As an engineer, it’s important to be aware how limitations in physical manufacturing can limit or hinder your brilliant ideas. Design of Experiments makes this translation process easy by allowing you to weed out any potential limitations that might involve special processes, manufacturing constraints, or even the law of physics coming into play.
When might you find yourself needing to use DOE? Take for example your board being so dense that there is simply no room for thieving (ground pouring). You might even have a package-on-package arrangement on your design (since the board real estate is maxed out), and with no copper overlay to dissipate heat, it becomes a real challenge for you as a designer to resolve these kinds of issues. By incorporating a Design of Experiment into your board process in this example, you can understand early on what kind of manufacturing challenges you might encounter well before your deadline approaches.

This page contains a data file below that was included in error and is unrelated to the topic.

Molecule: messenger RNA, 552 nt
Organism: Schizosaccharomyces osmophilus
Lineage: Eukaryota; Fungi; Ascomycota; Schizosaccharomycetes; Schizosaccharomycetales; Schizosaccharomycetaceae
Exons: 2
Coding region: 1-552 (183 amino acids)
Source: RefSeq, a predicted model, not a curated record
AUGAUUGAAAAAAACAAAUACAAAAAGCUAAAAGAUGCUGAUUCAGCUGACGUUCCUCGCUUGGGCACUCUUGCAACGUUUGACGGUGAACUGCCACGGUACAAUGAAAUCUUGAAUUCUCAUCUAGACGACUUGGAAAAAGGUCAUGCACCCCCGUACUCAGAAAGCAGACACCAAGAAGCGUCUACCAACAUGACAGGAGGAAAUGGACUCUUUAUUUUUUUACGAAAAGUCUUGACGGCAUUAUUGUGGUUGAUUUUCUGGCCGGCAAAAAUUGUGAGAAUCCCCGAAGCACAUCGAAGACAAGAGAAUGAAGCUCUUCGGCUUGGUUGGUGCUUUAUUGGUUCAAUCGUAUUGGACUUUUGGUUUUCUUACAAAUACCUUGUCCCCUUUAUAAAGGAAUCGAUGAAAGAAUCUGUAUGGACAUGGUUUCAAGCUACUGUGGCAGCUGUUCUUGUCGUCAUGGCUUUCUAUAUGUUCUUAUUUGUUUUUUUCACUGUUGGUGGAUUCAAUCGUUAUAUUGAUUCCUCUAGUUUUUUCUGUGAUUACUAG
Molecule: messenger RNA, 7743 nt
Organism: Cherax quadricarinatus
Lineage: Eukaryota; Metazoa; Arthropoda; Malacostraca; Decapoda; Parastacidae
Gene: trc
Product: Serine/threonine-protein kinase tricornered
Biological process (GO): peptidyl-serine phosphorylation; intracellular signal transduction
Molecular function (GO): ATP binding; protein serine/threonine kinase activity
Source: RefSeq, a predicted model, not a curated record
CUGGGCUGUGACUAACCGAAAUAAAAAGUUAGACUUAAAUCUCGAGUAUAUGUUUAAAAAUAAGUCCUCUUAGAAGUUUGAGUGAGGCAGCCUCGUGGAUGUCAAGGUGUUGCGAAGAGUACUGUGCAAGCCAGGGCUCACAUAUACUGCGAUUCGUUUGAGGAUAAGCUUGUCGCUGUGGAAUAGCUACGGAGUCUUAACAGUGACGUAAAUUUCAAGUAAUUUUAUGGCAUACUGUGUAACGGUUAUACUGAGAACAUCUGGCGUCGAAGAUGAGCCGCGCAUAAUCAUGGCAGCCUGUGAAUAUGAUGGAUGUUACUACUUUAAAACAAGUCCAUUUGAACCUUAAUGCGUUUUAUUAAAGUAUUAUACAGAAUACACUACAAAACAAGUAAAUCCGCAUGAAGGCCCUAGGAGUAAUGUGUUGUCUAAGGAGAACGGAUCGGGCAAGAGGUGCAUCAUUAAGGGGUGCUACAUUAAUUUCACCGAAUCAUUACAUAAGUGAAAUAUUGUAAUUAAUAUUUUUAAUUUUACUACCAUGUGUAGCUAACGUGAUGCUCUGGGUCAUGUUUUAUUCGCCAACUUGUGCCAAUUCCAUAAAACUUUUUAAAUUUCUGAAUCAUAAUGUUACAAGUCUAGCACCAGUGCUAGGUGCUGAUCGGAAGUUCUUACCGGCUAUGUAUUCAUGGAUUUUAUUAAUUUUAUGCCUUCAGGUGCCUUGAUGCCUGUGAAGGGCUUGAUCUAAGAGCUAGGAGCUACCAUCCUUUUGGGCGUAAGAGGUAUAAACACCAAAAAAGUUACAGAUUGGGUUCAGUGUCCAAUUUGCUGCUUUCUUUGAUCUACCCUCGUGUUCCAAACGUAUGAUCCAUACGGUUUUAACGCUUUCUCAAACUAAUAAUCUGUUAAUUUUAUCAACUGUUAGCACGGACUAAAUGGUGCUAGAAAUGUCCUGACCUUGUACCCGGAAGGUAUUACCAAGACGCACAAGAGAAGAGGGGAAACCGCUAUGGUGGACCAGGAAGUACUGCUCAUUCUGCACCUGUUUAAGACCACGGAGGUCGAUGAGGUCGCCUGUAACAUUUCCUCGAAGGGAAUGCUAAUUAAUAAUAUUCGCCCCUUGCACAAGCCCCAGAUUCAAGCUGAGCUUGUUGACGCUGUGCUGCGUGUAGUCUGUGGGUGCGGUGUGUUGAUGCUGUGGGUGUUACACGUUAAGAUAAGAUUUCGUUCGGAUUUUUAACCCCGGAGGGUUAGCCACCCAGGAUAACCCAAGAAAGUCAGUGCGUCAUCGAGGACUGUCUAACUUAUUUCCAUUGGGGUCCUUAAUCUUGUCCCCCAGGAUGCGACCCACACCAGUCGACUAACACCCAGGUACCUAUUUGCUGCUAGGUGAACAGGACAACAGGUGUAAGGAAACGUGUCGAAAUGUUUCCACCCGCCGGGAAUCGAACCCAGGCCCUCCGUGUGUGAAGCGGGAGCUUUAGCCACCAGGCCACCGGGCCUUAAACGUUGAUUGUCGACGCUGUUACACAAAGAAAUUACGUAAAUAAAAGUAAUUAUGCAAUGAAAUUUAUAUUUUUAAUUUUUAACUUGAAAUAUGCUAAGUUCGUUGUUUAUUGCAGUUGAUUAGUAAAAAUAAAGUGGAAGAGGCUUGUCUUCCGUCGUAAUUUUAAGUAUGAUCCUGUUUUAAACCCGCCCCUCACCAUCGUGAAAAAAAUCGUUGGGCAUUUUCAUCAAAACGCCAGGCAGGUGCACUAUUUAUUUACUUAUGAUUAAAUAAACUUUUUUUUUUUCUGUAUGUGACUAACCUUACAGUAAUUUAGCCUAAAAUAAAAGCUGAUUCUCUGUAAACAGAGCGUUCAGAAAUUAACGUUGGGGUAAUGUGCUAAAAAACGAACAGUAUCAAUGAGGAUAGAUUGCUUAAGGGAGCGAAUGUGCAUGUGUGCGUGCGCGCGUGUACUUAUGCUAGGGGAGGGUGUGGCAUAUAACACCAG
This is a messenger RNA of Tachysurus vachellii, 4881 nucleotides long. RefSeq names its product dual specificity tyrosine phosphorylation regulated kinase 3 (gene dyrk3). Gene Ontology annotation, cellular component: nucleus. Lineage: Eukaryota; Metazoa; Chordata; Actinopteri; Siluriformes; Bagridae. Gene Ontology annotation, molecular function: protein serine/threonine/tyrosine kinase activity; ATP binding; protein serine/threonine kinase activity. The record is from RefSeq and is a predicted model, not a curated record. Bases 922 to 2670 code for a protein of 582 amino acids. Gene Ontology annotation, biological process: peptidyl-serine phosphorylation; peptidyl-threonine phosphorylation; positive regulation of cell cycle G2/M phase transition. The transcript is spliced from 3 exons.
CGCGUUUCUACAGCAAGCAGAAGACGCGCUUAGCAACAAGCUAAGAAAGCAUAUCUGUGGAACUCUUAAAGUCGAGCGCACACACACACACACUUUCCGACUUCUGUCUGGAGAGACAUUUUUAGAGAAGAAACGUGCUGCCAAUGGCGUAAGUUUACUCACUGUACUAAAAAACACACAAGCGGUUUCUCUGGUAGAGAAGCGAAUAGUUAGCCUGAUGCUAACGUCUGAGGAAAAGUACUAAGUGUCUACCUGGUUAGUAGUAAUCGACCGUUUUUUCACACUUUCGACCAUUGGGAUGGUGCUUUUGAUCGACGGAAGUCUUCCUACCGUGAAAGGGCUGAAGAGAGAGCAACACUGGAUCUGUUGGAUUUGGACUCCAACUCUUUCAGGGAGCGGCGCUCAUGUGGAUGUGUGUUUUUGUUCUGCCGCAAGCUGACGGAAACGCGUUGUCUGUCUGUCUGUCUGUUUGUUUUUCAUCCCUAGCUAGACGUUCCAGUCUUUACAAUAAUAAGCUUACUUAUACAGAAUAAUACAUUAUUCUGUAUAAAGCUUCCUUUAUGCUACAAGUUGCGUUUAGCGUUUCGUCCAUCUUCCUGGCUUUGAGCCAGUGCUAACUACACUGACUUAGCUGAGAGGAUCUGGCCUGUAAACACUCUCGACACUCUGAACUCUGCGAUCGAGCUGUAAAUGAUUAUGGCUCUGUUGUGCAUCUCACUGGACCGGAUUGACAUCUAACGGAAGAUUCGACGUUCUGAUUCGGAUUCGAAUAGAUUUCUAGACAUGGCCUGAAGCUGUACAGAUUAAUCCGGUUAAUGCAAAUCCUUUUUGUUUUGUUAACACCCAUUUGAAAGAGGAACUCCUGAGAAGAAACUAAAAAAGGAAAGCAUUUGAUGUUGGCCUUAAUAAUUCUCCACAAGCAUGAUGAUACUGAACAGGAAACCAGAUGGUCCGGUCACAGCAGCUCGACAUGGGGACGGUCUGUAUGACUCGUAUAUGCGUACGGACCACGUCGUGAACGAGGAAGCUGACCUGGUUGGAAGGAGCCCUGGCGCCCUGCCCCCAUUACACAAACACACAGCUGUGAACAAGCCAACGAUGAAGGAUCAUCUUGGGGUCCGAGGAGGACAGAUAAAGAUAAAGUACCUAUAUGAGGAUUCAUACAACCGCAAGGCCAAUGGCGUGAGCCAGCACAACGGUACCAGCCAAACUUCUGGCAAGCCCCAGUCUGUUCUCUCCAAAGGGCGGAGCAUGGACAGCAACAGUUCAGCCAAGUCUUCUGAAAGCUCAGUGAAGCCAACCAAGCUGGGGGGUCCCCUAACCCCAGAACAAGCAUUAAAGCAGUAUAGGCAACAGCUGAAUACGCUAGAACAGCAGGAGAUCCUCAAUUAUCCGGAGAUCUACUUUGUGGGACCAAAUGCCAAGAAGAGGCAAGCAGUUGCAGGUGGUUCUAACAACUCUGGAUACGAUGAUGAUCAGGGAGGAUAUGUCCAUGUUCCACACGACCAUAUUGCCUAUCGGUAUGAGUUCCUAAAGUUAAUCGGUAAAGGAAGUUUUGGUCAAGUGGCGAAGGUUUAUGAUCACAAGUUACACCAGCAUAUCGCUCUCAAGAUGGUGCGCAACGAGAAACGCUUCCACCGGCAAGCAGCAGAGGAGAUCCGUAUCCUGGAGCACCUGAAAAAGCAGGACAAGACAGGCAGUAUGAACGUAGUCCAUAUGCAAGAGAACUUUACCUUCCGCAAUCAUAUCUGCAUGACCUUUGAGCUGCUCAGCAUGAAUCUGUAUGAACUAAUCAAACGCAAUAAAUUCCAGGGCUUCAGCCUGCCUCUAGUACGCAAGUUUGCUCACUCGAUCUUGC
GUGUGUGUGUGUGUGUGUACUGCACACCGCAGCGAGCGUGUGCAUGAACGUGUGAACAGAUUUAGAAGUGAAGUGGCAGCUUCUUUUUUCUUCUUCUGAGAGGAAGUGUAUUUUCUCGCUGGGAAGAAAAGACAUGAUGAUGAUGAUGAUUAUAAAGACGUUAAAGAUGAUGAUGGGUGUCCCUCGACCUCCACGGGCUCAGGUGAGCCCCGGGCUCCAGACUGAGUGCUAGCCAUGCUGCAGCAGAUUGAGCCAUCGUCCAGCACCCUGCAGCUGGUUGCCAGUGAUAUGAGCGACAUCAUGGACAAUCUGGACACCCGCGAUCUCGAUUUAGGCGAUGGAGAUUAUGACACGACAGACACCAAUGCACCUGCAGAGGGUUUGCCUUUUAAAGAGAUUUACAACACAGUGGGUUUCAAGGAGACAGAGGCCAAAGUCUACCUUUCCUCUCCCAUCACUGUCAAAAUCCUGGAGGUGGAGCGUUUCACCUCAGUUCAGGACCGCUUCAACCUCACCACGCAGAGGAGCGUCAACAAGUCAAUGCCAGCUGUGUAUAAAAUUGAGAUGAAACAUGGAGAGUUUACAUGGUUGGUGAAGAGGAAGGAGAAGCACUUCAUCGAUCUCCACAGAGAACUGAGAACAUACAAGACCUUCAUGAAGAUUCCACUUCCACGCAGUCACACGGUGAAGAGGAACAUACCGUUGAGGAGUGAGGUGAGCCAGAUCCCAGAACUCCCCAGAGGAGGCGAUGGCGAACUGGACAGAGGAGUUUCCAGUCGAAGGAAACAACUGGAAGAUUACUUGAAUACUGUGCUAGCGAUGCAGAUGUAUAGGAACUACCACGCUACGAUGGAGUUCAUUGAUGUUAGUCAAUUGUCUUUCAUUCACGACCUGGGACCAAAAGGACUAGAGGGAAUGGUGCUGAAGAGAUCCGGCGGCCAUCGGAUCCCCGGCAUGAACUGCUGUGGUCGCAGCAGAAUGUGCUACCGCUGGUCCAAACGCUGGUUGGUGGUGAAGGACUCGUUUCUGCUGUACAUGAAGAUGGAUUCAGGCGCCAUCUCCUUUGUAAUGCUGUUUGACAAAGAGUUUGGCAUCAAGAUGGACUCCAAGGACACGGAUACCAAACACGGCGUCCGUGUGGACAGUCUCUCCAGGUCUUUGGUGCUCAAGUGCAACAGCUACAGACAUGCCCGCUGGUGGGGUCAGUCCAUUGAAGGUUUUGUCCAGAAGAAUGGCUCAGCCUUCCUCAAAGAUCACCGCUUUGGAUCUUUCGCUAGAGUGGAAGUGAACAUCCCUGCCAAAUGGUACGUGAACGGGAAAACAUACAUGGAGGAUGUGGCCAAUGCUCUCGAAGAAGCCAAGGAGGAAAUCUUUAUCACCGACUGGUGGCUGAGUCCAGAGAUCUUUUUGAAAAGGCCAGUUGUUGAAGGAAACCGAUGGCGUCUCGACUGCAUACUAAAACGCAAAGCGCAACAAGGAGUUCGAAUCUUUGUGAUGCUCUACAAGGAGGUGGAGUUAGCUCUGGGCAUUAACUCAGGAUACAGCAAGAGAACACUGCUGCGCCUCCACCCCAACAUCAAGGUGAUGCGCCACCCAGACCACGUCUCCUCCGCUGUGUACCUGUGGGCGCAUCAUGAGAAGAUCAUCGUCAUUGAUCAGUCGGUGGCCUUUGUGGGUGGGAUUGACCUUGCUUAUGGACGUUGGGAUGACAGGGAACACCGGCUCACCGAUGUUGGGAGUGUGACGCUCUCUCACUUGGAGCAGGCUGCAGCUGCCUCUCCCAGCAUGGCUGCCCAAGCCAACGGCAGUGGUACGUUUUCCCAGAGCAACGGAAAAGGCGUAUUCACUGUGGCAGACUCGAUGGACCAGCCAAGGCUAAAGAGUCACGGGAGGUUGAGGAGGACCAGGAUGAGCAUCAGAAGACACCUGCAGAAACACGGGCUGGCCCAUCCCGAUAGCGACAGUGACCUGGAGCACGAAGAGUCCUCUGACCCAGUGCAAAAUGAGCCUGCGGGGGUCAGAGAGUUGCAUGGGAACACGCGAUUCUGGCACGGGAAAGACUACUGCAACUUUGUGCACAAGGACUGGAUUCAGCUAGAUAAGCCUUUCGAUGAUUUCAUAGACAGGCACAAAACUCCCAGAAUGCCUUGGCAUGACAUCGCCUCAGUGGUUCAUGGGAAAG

Stop Bugging Out
No matter what embedded design you’re working on, it’s inevitable that bugs will make their way into them, and it’s your challenge to resolve them while still meeting your project deadline. Of course, the above methods are not the only strategies out there that can help with early planning to reduce the risks of a lengthy debug phase, but they do provide a good starting point. There are always tradeoffs for whichever methodology you choose, whether it’s cost or the complexity required to implement it, but having a strategy will save you a lot headaches, and a lot of money down the road.
Want some more strategies on how to design a board that gets manufactured right the first time and will help you mitigate the risks of your debug phase? Sign up to listen to a recording of our Design for Manufacturing webinar - Maximizing Your PCB Production Yield.
 Faisal Ahmed. "Overlooking Design-for-test Can Lead to Costly PCB Design Rework." N.p., 02 June 2014. Web. 20 Sept. 2016. http://www.embedded.com/design/debug-and-optimization/4430502/Overlookin....
About the AuthorMore Content by David Marrakchi